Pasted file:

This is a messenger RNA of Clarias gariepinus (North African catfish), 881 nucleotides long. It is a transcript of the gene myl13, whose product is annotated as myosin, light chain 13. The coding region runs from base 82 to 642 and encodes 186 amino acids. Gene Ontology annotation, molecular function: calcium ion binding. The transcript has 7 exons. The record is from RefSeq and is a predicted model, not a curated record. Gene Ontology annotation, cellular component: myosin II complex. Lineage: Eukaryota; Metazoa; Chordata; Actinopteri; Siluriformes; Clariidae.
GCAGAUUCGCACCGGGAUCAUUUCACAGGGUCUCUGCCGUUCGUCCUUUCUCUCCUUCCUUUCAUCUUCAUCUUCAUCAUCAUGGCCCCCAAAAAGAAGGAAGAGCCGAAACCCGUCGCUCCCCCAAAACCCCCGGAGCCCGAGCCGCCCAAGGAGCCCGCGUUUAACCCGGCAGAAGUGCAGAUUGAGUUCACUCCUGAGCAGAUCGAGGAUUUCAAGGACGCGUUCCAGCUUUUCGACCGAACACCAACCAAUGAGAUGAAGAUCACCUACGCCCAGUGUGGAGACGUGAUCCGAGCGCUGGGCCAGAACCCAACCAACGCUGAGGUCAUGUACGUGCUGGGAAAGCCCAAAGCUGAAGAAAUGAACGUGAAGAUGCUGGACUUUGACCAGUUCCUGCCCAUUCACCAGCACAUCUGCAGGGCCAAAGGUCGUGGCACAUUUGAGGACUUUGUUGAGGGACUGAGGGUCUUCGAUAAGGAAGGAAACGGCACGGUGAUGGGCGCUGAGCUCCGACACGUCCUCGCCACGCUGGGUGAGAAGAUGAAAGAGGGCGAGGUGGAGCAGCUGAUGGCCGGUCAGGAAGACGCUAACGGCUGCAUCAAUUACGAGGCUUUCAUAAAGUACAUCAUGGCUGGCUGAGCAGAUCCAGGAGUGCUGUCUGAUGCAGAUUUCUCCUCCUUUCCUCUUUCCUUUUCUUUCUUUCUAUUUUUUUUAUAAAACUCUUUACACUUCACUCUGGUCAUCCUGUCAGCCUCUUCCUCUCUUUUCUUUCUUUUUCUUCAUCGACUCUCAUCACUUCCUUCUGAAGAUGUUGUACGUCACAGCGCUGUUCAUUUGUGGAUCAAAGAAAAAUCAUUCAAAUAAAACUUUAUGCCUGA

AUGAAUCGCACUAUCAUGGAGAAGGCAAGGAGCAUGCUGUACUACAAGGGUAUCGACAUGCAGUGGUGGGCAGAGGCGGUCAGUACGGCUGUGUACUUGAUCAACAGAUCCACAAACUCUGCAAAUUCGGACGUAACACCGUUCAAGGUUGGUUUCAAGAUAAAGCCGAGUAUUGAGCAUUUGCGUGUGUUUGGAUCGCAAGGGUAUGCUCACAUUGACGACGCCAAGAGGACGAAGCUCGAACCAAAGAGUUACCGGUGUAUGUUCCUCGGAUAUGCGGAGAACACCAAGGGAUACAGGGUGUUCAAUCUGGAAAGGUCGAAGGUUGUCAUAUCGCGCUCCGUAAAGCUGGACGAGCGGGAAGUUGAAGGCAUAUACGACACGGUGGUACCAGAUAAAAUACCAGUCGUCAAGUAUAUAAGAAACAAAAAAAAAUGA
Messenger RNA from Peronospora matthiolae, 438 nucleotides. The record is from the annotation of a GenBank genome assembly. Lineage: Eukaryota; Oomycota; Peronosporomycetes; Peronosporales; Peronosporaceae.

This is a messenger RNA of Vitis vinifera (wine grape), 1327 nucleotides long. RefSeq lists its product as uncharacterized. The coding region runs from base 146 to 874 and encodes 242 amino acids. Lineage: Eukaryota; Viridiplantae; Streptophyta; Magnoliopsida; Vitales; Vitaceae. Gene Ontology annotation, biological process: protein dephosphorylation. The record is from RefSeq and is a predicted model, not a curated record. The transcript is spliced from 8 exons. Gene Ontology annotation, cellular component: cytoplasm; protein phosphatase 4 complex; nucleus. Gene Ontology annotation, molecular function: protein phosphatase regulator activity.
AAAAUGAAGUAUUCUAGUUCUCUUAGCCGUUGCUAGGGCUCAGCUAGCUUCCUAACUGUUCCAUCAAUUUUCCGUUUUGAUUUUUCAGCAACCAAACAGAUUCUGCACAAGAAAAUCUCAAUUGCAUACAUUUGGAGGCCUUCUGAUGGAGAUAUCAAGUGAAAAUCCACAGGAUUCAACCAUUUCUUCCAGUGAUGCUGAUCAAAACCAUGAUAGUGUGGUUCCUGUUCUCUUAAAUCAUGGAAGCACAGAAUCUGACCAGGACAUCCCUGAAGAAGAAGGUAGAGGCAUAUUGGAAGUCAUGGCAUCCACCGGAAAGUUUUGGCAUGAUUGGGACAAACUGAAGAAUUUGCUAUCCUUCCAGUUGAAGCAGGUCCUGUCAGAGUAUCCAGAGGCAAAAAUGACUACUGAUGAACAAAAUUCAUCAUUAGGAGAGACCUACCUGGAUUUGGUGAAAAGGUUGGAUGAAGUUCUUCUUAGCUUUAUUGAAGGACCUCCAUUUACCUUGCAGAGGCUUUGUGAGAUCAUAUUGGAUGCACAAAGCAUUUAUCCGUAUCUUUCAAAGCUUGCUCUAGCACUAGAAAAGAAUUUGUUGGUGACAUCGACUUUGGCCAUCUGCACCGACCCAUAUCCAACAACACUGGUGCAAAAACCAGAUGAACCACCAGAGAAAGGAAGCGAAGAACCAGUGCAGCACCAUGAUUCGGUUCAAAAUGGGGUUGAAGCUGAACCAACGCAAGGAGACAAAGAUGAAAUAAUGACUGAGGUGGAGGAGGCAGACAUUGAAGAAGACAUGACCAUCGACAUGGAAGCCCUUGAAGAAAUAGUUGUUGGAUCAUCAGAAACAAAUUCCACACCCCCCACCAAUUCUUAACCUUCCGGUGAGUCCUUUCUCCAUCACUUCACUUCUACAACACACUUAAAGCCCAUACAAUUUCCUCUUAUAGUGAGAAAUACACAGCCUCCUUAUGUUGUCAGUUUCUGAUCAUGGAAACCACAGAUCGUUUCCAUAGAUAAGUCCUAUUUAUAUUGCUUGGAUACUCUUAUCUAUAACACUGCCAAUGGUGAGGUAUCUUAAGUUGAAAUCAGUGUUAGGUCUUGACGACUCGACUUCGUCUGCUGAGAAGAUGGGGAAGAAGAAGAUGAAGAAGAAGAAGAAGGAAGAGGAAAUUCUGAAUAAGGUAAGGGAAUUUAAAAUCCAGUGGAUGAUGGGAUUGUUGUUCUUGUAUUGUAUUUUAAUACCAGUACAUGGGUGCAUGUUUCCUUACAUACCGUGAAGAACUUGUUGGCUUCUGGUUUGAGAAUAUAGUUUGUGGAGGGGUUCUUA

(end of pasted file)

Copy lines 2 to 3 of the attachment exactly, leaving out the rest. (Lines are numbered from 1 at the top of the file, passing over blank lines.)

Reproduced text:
GCAGAUUCGCACCGGGAUCAUUUCACAGGGUCUCUGCCGUUCGUCCUUUCUCUCCUUCCUUUCAUCUUCAUCUUCAUCAUCAUGGCCCCCAAAAAGAAGGAAGAGCCGAAACCCGUCGCUCCCCCAAAACCCCCGGAGCCCGAGCCGCCCAAGGAGCCCGCGUUUAACCCGGCAGAAGUGCAGAUUGAGUUCACUCCUGAGCAGAUCGAGGAUUUCAAGGACGCGUUCCAGCUUUUCGACCGAACACCAACCAAUGAGAUGAAGAUCACCUACGCCCAGUGUGGAGACGUGAUCCGAGCGCUGGGCCAGAACCCAACCAACGCUGAGGUCAUGUACGUGCUGGGAAAGCCCAAAGCUGAAGAAAUGAACGUGAAGAUGCUGGACUUUGACCAGUUCCUGCCCAUUCACCAGCACAUCUGCAGGGCCAAAGGUCGUGGCACAUUUGAGGACUUUGUUGAGGGACUGAGGGUCUUCGAUAAGGAAGGAAACGGCACGGUGAUGGGCGCUGAGCUCCGACACGUCCUCGCCACGCUGGGUGAGAAGAUGAAAGAGGGCGAGGUGGAGCAGCUGAUGGCCGGUCAGGAAGACGCUAACGGCUGCAUCAAUUACGAGGCUUUCAUAAAGUACAUCAUGGCUGGCUGAGCAGAUCCAGGAGUGCUGUCUGAUGCAGAUUUCUCCUCCUUUCCUCUUUCCUUUUCUUUCUUUCUAUUUUUUUUAUAAAACUCUUUACACUUCACUCUGGUCAUCCUGUCAGCCUCUUCCUCUCUUUUCUUUCUUUUUCUUCAUCGACUCUCAUCACUUCCUUCUGAAGAUGUUGUACGUCACAGCGCUGUUCAUUUGUGGAUCAAAGAAAAAUCAUUCAAAUAAAACUUUAUGCCUGA

AUGAAUCGCACUAUCAUGGAGAAGGCAAGGAGCAUGCUGUACUACAAGGGUAUCGACAUGCAGUGGUGGGCAGAGGCGGUCAGUACGGCUGUGUACUUGAUCAACAGAUCCACAAACUCUGCAAAUUCGGACGUAACACCGUUCAAGGUUGGUUUCAAGAUAAAGCCGAGUAUUGAGCAUUUGCGUGUGUUUGGAUCGCAAGGGUAUGCUCACAUUGACGACGCCAAGAGGACGAAGCUCGAACCAAAGAGUUACCGGUGUAUGUUCCUCGGAUAUGCGGAGAACACCAAGGGAUACAGGGUGUUCAAUCUGGAAAGGUCGAAGGUUGUCAUAUCGCGCUCCGUAAAGCUGGACGAGCGGGAAGUUGAAGGCAUAUACGACACGGUGGUACCAGAUAAAAUACCAGUCGUCAAGUAUAUAAGAAACAAAAAAAAAUGA